Lê’s distinctly Fender-ish tone means there’s a certain twang evident, even when he adopts a warm and clean tone as he does during the first half of the brooding “Eyeland.” But Lê is also capable of an edgier, fusion-like sound. Following Lande’s focused and more clearly jazz-centric solo on “? (Question Mark),” Lê takes a rockier stance with a densely overdriven tone that’s equal parts space, sustain, bebop language and swooping whammy-bar bends.
That Lê had already assimilated a range of influences—from Allan Holdsworth and Terje Rypdal to Pat Metheny and John Abercrombie—into a recognizable voice so early in his career makes Miracles an album that may have been a beginning, but was hardly a humble one.
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Lê’s second album upped the ante by expanding the quartet—with bassist Dean Johnson and drummer Joel Allouche replacing Johnson and Erskine—to a quintet featuring Paul McCandless. McCandless’ oboe and English horn bring a different texture, with parts of Zanzibar suggestive of how Oregon might sound were its guitarist to focus on an electric rather than acoustic instrument. Recorded following a two-week tour, it’s also an even more unified record than Miracles, where the element of surprise is replaced by a more firmly cohesive sense of purpose.
Lê is often considered to be a fusion guitarist, and the reckless abandon of his solo on the fiery “Urbi” would certainly support that thought. But while he’s capable of rapid-fire phrases and screaming bends, there’s never a sense of excess. Even on the somewhat Metheny-esque “Isoar,” Lê’s clean-toned solo runs the gamut from the languid to the intense, building with purposeful intent and never resorting to pyrotechnics merely for the sake of it. There are few fusion guitarists who could switch gears to the Lê-Lande-McCandless trio of “Omero,” where McCandless’ soaring soprano saxophone solo is one of many high points.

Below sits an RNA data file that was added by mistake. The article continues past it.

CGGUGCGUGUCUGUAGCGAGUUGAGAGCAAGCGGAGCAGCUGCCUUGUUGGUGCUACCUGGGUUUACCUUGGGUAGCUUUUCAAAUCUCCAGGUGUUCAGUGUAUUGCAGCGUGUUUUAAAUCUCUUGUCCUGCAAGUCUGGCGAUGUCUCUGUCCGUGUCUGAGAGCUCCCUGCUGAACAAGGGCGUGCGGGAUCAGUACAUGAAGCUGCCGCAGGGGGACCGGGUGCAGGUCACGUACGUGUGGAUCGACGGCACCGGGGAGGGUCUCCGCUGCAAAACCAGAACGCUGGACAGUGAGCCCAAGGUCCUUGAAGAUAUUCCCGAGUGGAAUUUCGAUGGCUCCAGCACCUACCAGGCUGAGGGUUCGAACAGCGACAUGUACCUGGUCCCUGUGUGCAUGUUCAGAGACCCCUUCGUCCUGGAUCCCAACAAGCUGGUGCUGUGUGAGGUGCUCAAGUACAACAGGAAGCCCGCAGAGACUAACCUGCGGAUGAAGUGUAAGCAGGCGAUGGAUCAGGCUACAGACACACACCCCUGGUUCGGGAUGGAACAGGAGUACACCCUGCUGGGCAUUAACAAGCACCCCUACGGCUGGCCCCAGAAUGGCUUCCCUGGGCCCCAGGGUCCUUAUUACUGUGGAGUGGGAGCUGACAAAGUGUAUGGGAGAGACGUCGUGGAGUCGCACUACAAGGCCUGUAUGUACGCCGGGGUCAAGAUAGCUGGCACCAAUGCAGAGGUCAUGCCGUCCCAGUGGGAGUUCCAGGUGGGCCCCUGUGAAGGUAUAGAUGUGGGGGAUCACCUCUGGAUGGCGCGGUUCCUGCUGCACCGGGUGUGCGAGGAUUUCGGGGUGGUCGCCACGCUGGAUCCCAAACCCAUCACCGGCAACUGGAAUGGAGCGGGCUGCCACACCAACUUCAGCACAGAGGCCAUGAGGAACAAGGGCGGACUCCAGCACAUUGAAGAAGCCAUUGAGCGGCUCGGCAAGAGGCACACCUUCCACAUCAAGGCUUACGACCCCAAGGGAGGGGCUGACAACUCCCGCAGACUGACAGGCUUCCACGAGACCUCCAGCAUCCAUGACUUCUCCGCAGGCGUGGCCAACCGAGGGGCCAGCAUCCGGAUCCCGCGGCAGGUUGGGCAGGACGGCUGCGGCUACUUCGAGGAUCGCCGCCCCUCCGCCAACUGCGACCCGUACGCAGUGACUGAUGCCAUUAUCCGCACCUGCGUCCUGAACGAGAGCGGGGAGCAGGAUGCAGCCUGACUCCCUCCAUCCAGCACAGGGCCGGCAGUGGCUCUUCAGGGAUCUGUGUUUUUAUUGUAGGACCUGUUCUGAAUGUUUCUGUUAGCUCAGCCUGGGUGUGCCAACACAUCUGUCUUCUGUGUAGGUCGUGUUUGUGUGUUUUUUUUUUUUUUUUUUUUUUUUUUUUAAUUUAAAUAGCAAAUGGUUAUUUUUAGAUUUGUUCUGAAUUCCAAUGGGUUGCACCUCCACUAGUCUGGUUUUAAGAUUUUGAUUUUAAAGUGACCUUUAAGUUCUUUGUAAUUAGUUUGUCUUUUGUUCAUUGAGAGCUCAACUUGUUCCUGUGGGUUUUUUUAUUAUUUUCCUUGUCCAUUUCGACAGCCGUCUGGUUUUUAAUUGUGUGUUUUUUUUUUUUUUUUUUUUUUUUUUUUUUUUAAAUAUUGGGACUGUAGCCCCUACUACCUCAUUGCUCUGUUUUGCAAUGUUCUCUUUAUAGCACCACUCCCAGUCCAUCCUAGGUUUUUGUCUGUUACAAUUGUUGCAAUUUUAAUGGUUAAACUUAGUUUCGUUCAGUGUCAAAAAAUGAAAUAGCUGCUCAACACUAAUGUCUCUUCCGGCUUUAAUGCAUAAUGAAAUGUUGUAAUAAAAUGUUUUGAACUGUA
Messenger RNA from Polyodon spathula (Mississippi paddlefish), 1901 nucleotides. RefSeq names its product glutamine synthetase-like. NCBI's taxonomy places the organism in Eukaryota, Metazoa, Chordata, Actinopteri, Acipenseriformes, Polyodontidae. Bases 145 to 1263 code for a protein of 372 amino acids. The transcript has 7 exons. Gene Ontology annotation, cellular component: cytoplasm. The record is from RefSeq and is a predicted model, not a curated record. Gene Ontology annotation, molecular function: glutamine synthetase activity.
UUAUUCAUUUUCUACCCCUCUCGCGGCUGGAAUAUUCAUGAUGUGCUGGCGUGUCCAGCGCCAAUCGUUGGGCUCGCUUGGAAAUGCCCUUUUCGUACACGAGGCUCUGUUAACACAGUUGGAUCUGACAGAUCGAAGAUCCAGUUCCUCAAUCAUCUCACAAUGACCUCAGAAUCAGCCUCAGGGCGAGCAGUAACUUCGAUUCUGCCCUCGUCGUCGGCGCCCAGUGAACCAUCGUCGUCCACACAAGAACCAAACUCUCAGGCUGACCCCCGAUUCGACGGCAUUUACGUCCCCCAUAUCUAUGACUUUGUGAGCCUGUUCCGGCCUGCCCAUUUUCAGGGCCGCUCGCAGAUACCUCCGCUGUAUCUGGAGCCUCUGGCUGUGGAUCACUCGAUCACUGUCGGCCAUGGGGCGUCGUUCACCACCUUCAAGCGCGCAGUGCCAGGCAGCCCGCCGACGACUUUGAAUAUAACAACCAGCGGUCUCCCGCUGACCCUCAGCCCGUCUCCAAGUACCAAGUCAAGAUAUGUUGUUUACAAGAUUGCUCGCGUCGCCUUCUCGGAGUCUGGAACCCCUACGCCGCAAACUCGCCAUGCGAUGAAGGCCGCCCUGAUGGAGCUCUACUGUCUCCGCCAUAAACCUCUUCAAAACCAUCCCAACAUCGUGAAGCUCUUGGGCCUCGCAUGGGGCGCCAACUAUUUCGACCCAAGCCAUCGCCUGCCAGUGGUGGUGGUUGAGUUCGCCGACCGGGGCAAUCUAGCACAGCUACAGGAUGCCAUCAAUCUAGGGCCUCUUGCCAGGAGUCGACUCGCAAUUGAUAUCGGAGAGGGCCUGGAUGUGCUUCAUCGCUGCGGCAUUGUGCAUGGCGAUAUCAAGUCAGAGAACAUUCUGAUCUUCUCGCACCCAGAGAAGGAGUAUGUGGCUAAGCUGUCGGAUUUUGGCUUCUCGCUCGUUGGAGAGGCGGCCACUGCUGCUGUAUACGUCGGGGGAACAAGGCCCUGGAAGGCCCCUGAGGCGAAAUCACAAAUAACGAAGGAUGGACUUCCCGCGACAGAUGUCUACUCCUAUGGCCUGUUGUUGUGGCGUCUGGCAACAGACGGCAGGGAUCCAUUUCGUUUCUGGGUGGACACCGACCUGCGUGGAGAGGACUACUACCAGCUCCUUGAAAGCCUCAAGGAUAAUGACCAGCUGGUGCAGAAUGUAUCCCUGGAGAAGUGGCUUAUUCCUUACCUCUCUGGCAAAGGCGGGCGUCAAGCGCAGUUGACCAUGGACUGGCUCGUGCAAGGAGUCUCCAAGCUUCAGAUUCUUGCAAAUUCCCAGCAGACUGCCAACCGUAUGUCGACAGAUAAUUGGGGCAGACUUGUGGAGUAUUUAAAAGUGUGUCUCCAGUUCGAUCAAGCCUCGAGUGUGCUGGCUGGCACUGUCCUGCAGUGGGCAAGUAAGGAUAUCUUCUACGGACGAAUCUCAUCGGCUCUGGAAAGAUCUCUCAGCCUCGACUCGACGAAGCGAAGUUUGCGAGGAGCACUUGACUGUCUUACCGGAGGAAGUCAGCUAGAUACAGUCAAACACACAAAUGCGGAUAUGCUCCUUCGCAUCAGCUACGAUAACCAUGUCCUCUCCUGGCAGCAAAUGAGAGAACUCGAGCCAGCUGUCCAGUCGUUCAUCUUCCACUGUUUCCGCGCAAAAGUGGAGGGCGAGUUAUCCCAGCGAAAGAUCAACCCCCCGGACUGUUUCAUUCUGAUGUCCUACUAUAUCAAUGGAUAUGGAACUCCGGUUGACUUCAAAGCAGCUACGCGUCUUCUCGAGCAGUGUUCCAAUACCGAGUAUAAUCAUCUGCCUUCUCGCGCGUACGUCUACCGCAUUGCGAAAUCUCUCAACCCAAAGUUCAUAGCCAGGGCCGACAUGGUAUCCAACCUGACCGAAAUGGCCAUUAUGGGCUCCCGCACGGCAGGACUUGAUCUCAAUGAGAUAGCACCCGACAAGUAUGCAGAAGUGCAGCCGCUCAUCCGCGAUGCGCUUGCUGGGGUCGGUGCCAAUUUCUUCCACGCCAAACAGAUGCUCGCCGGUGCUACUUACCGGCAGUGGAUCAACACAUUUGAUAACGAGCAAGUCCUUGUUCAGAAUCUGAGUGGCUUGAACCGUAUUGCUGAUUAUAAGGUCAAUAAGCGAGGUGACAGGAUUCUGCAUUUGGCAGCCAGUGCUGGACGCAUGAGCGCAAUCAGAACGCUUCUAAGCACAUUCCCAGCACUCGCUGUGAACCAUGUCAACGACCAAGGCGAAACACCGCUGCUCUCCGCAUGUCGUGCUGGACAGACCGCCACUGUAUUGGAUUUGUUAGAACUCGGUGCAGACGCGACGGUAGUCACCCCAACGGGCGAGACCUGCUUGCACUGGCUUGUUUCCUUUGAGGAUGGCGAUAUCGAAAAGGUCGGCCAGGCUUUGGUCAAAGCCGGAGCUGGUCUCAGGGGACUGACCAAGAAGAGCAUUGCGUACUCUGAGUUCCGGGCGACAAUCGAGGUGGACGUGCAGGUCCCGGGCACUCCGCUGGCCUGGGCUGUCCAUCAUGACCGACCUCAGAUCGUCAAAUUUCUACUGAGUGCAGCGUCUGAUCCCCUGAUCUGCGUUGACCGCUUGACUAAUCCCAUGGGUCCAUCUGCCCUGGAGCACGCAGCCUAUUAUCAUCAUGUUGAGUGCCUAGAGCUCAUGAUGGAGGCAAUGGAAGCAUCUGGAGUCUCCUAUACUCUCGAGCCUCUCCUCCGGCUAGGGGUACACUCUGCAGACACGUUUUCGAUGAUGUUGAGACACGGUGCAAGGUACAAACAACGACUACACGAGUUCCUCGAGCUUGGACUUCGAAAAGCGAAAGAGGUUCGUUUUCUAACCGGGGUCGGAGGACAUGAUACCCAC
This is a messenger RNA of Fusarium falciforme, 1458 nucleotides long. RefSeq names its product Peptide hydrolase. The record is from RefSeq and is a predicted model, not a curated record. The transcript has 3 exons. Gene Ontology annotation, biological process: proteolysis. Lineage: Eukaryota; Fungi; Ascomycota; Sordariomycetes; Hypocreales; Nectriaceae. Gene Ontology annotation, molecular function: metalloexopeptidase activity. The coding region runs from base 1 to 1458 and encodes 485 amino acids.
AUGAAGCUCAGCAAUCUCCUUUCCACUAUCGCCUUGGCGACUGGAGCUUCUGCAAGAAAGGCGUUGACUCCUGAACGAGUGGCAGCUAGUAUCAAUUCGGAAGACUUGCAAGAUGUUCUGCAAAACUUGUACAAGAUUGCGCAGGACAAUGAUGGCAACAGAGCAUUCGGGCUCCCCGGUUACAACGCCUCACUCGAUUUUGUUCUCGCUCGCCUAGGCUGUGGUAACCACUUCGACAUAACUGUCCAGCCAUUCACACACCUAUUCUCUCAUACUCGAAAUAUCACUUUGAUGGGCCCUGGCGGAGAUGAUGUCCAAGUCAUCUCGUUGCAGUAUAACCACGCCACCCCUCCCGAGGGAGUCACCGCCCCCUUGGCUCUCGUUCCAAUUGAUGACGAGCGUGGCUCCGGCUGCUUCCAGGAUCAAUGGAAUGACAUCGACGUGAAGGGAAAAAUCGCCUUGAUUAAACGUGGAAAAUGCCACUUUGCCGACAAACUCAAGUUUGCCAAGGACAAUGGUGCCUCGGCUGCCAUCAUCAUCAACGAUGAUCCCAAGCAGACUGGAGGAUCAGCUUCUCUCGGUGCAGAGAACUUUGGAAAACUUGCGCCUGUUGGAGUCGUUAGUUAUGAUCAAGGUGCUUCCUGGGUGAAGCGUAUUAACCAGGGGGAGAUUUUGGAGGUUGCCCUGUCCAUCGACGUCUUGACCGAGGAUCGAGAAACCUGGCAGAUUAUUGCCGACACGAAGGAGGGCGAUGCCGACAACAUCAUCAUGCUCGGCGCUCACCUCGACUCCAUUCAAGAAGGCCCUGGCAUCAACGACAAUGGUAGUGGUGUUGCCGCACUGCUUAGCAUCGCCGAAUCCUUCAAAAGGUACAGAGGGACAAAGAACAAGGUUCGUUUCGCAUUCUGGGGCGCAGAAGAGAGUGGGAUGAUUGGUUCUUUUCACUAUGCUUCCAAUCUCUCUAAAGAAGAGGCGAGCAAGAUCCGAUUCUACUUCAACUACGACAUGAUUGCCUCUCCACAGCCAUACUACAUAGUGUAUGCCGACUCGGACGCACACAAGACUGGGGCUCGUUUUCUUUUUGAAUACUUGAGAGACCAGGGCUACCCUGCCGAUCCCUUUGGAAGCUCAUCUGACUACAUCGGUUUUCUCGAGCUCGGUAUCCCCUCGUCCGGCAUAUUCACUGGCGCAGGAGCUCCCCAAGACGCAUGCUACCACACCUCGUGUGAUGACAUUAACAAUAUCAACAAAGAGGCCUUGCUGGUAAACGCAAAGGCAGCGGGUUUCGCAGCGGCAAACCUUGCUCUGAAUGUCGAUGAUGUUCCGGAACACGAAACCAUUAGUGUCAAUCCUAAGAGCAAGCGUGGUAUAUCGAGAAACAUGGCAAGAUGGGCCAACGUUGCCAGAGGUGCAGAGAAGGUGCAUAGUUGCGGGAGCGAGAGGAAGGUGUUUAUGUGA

Lê’s writing continues to evolve, as does his approach to sound. The atmospheric “Sarugaku,” at just less than two minutes, continues to suggest an interest in Lê’s cultural roots through his use of distinctly Oriental-sounding samples. Lê’s astute synthesized sound choices mean that there’s nothing that sounds the slightest bit dated here (or on Miracles).
They wouldn’t come together on record until Vince Mendoza’s Sketches (ACT, 1994), but Lê and the innovative composer/arranger already seemed to share much in common. The broad intervallic arpeggios and detailed counterpoint that define “Lupi Pilu” come from a similar space as Mendoza’s writing at the time on albums including Start Here (World Pacific, 1990) and Instructions Inside (Manhattan, 1991). Improvisational space may be one part of Lê’s musical approach, but finely honed writing is an equal component.
Lê also possesses an ability to tailor his material to the strengths of his group. The detailed yet lyrical theme to “Nomaco” takes place in the context of constant change that provides a complex foundation for Lê’s thread-through-a-needle ability to improvise over them, but when he hands to reins over to Lande, the rhythm section shifts seamlessly to a more defined sense of swing.
As much as Zanzibar is a logical progression from Miracles it’s also an album with a different complexion. Some artists gradually and inexorably evolve a singular concept, but Nguyên Lê is an artist who rarely stands still for long. His subsequent discography demonstrates an even more voracious appetite for diverse styles and contexts, but these welcome reissues prove it was there right from the start.
Tracks and Personnel
Tracks: Miracles; ? (Question Mark); Willow; The Odd Game; Saari; 20 Fingers; Cerf Volant; Miss One; Pacha; Haïku; Eyeland; Miss One (previously unreleased alternate take).
Personnel: Nguyên Lê: electric and acoustic guitars, danh tranh, programming; Art Lande: piano; Marc Johnson: bass; Peter Erskine: drums, percussion.
Tracks: Zanzibar; Sarugaku; Urbi; Isoar; Nomaco; Singe Roi; Omero; Lupi Pilu; Trace; Singe; Lucie & Umbrae.
Personnel: Nguyên Lê: electric guitars, guitar synthesizer, synthesizer, programming, sequencing; Art Lande: piano, thumb piano; Paul McCandless: soprano saxophone, oboe, English horn, bass clarinet; Dean Johnson: bass; Joel Allouche: drums, percussion.
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Nguyen Le at All About Jazz.
Reprinted from allaboutjazz.com